With Playful greetings,

Annemarie Steen

You’re welcome to stay updated with my projects and resources on playfulness & playful learning by following my facebookpage

Explosion of Happy video’s on youtube…and I couldn’t resist making one too.

Happy in Eindhoven1682 video’s from 142 countries! (at this moment) Have a look at this impressivelist of cities that have done a Happy video clip on the hit song “Happy” from Pharrell Williams.

When I looked at this list two months ago, I say that Eindhoven, my city was not in the list. And I decided to be the one to change that fact. Why? Because I love to see people playful, spontaneous, a little crazy and daring to step out of their comfort zone. And this seemed to be the perfect chance to invite them to do just that. So, I started afacebookgroup and invited people of my hometown to join the project. I asked them on what special location in Eindhoven they wanted to have their 30sec ‘of fame’ to do a little dance. A week before the shoot I made a planning of all locations and posted this on the group.

The day itself (April 19th) everything went awesome. We were lucky to have perfect weather, everybody was at their locations in time, all very happy, some even rehearsing with a large group of friends they brought along. The youngest was 5 years old, the oldest 88! We (Me, Mike with his videocamera and Aikjewith her photo camera) were shooting from 10am until 9pm, visiting 15 different locations. I was also very lucky to find a sponsor for the editing, because I have no expertise in that area. Ad Mulders did a gr8 job.

And here’s the end result! Enjoy!

When your city is not in the list (yet), I can highly recommend to make one yourself. You get a lot of happy vibes from doing it. Good luck!

Playful Greetings,

Annemarie Steen

For more updates on Playfulness & Playful Learning, follow my Facebookpage

Play, Playfulness & Playful Learning

What’s the difference or relation between Play, Playfulness & Playful Learning?

I’ll try to explain how I see it (at this moment).

violinPlay is an act, something that we (can) do. We can play with objects, play a game, play tennis or the violin, play a role, etc. Scholars say that Play has these following traits; “PLAY must be intrinsically motivated, you must be free to play (it has no utilitarian function), you don’t know the outcome, it is outside your ordinary life and it must be fun.” (Gwen Gordon)

play, playfulness bookPlayfulness on the other hand is not an act, but rather something that we are. It’s (as Bernie deKoven mentiones) inherited. It’s in our nature to be playful. And nature in itself is playful (Alan Watts). Bateson describes Playfulness as a positive moodstate, from where the act of playful play starts. It’s this moodstate that we see in young children much more often than in adults, who are told to act serious instead of playful. Only when we are really happy, in love or a bit typsy on alcohol, we cannot hide our playfulness anymore. It breaks through the surface of ‘behaving’ and reveiles itself as a force of our nature. No doubts: We ARE playful.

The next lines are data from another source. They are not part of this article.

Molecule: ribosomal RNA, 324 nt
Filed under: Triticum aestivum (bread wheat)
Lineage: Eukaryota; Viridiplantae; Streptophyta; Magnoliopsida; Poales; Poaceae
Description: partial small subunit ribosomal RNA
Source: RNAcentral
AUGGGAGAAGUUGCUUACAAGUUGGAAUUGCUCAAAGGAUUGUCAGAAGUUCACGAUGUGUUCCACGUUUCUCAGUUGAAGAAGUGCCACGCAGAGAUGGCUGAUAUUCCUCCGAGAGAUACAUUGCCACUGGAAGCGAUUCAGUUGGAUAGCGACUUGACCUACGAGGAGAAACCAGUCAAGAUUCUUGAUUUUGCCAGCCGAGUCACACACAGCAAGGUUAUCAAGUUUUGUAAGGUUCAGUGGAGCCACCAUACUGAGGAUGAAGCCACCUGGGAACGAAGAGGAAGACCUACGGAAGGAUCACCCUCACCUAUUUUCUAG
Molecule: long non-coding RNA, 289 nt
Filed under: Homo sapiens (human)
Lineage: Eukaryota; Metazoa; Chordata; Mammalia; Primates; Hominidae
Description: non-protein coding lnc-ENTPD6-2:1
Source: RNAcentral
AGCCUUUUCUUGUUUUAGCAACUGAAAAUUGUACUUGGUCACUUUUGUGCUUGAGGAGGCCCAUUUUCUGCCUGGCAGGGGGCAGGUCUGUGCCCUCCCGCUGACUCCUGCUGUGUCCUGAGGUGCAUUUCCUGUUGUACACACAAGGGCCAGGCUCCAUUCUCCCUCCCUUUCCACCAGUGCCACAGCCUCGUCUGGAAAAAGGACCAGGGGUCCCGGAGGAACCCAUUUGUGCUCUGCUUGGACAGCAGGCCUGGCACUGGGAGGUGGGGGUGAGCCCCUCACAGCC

Some Play-practicioners, like Bernie de Koven, choose the path of purposeless play in the sense that pure play shouldn’t have a purpose or goal. It’s the act of play itself that’s fun and rewarding.

In Playful Learning things are a bit different. Learning games and experiences are designed to meet certain learning objectives. So it’s not play in itself that’s the goal, but the learningobjective is. In this case, Playful Learning is a mean towards reaching a desired outcome. This in itself seems to contradict with the ‘you don’t know the outcome’ of play.

I am passionate about Play AND Learning. So I develop playful experiences connected to objectives that are important to my clients. For example, a client asked me to deliver training to improve their performance at a businessfair. I designed games and exercises to raise awareness about groupenergy, connecting to strangers using status, collaboration, daring to ask for an order, etc. The client was surprised and delighted at how effective the team worked together (just after 2 sessions of 0,5 day) and delivered a peakperformance.

For me the learning that comes out of the playful exercises is more natural and much more powerful and longerlasting than traditional training. The participants are invited to make sense of their personal experiences, thus creating individual learning with possibly very different outcomes for different people. It’s teachless teaching in the sense that I don’t teach knowledge. I create playful experiences and invite my participants to make some sense out of them. And they find out: There’s sense in non-sense!

I also create Play Missions that don’t have any other purpose than to just enjoy doing them. And by doing them uplifting the energy of the player (and it’s surroundings).

So I haven’t yet made up my mind to what category of Play-practicioners I belong to. The ones that see pure Play as a goal in itself, or the ones that see Play as a mean towards reaching a goal. I play both 🙂

With playful greetings,
Annemarie Steen
Playfulness & Playful Learning